I also worry more about what I bring into my home, a new appliance, furniture, or cookware, things I wouldn't even consider with just dogs. Even when I buy clothes I look at them and think "Wow, Peanut is going to hate this shirt," "Well, can't get this one, it has buttons..." or even trying to find plain, ugly bras with no lace or ribbons because the only one who is going to be near it besides me is Peanut. The dogs don't give a crap what I wear, they take an ugly, loud shirt in stride, if they even notice it.

    That said, for some reason if I had to choose one, I would choose birds. For all their complexity and difficulty they are such wonderful companions.

    I don't consider any animal-owning a hobby, it's really more of a lifestyle. As soon as you are changing your life to accommodate "a hobby," it isn't a hobby anymore. That is, of course, my own opinion and I'm not offended if other people consider it a hobby. As long as the animals get the care they deserve they can call it whatever they want.
    Last edited: 5/18/13
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  8. Saemma
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    Saemma Ripping up the road Celebirdy of the Month Mayor of the Avenue Avenue Spotlight Award

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    Thanks guys! Very interesting info.:)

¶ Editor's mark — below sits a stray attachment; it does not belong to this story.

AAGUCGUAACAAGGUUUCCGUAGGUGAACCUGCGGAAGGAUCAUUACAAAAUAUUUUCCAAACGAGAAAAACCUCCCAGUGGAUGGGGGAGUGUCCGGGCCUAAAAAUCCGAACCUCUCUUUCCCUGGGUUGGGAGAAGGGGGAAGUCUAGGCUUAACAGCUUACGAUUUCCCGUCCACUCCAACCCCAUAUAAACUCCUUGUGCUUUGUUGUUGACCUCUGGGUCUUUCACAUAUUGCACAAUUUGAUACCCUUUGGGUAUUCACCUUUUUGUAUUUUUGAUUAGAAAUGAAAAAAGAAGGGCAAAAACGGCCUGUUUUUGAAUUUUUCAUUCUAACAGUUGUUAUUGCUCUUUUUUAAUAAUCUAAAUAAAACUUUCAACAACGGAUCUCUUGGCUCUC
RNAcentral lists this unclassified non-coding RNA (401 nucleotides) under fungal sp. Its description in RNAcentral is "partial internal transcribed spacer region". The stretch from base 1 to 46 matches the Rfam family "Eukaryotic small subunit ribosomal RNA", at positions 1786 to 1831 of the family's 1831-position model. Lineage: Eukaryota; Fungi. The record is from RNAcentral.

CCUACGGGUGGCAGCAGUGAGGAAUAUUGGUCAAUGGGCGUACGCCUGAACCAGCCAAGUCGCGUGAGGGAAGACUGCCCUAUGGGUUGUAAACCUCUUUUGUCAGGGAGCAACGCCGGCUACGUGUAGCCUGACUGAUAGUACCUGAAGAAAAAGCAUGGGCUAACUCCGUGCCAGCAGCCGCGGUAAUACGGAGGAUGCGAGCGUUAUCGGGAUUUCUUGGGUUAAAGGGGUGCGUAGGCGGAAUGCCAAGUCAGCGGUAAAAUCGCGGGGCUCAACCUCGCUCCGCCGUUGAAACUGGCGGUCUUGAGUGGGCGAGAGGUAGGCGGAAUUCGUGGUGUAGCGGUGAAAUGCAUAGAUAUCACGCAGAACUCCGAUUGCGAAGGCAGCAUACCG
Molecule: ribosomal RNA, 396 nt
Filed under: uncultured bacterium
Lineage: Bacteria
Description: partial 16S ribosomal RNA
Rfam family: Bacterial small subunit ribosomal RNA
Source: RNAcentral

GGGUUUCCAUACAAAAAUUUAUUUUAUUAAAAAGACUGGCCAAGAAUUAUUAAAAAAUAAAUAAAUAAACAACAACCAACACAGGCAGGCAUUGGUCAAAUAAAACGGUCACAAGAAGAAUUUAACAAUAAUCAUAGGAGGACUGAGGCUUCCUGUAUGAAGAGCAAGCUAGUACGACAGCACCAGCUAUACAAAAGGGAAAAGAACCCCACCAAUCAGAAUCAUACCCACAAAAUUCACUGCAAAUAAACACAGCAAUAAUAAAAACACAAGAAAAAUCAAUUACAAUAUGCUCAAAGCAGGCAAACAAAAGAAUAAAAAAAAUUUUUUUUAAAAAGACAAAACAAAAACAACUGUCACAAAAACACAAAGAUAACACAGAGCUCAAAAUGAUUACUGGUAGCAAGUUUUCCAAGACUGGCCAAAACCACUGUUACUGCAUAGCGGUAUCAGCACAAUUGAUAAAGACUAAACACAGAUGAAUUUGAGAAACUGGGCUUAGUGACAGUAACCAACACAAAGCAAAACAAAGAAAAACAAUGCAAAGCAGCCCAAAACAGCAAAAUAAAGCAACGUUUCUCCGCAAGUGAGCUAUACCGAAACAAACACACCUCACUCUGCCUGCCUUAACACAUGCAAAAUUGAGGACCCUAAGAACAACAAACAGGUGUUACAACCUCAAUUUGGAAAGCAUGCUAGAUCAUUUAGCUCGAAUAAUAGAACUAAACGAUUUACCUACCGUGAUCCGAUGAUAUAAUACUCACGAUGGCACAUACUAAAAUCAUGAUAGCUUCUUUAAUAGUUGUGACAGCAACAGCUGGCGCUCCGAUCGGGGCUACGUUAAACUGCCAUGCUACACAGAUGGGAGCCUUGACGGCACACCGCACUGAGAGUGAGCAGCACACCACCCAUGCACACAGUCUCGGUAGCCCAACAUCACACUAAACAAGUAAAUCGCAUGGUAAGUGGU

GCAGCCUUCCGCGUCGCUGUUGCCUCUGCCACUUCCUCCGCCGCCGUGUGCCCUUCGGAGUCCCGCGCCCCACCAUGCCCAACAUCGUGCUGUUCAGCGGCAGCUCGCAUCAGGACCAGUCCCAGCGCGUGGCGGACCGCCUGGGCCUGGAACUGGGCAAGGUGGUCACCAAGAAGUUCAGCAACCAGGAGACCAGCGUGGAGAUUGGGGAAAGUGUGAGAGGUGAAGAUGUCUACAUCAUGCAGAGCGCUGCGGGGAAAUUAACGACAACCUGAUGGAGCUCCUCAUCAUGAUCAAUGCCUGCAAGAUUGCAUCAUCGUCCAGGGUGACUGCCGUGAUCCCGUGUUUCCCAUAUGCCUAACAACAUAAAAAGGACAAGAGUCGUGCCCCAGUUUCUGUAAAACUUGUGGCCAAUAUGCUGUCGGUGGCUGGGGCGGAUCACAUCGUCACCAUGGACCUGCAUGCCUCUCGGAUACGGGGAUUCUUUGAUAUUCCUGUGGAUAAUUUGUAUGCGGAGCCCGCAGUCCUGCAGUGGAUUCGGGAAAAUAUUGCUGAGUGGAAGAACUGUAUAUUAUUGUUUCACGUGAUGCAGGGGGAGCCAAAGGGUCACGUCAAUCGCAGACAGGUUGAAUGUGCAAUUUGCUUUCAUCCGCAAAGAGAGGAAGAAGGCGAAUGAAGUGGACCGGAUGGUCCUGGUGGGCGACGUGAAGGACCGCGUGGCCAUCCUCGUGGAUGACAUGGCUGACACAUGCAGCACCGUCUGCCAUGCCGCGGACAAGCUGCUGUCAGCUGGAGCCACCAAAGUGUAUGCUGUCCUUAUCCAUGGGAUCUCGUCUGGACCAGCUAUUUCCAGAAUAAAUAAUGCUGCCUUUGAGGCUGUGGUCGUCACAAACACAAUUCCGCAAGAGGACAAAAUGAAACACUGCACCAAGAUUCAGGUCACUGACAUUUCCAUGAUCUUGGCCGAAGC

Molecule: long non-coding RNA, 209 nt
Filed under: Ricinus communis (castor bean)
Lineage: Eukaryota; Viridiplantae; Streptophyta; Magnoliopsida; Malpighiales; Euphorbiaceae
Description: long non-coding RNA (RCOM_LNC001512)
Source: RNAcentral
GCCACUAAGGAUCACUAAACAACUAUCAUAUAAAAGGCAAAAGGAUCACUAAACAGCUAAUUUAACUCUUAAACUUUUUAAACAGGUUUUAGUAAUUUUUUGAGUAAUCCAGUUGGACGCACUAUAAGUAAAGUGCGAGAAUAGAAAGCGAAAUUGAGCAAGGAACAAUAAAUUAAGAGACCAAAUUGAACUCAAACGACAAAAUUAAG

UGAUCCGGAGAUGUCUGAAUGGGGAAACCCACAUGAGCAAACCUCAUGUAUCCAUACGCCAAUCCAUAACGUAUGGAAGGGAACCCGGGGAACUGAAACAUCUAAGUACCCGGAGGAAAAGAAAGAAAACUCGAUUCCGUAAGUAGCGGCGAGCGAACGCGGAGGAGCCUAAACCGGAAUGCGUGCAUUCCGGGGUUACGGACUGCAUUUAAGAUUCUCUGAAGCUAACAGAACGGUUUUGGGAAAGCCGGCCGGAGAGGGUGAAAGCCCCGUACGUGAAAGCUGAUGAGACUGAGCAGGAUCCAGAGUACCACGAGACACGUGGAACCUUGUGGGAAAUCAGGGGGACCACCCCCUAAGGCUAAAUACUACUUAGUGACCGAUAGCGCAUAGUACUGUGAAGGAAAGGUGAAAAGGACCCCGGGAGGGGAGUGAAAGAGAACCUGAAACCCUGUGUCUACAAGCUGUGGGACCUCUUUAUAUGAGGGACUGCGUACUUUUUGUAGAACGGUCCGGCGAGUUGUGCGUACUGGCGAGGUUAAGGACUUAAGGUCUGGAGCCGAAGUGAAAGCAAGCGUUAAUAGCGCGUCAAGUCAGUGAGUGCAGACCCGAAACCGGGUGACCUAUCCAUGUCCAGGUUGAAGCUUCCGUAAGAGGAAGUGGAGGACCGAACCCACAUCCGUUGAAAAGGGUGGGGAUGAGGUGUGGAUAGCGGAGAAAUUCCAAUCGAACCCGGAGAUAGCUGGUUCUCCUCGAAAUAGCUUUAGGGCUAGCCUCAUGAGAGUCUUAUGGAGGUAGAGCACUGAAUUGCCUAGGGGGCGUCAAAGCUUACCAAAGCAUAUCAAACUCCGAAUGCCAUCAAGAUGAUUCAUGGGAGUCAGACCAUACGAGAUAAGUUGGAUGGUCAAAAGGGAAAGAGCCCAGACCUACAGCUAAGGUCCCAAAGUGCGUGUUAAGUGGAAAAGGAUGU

9. Ribbit21
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    Ribbit21 Rollerblading along the road Mayor of the Avenue

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    I have birds, dogs, cats, gerbils, and snakes. Except for the gerbils and snakes, all the animals here require the same level of dedication just in different ways. My 2 big dogs require just as much space and money as the birds. They need the same amount of attention, perhaps even more than the birds when you count walks and time in the backyard. While the cats are more independent, they spend a decent part of the day seeking out attention from me. I almost always have a cat following me around.

    The one major difference is the birds are sooooo much messier! Cats are such clean animals and the dogs are pretty clean(except for rainy muddy days.) Also, since the birds are restricted to their cage when I'm not home it's more important to have structured out time for everyone. The birds have more set schedules, while the dogs and cats are free to do what they want most of the time.

    The gerbils and snakes require minimal care. The gerbils are a family unit and want no human contact at all. The snakes are on the same level.

    No one is more important than the other and they all have similar needs for attention, but they just get it in different ways.
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  10. Anne & Gang
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    Anne & Gang Riding the Skies Celebirdy of the Month Mayor of the Avenue Avenue Spotlight Award Avian Angel

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    We were always cat and dog people before we ever got birds...birds are way way messier and require far more care..however, we are hooked on birds...who knew they could provide so much pleasure and companionship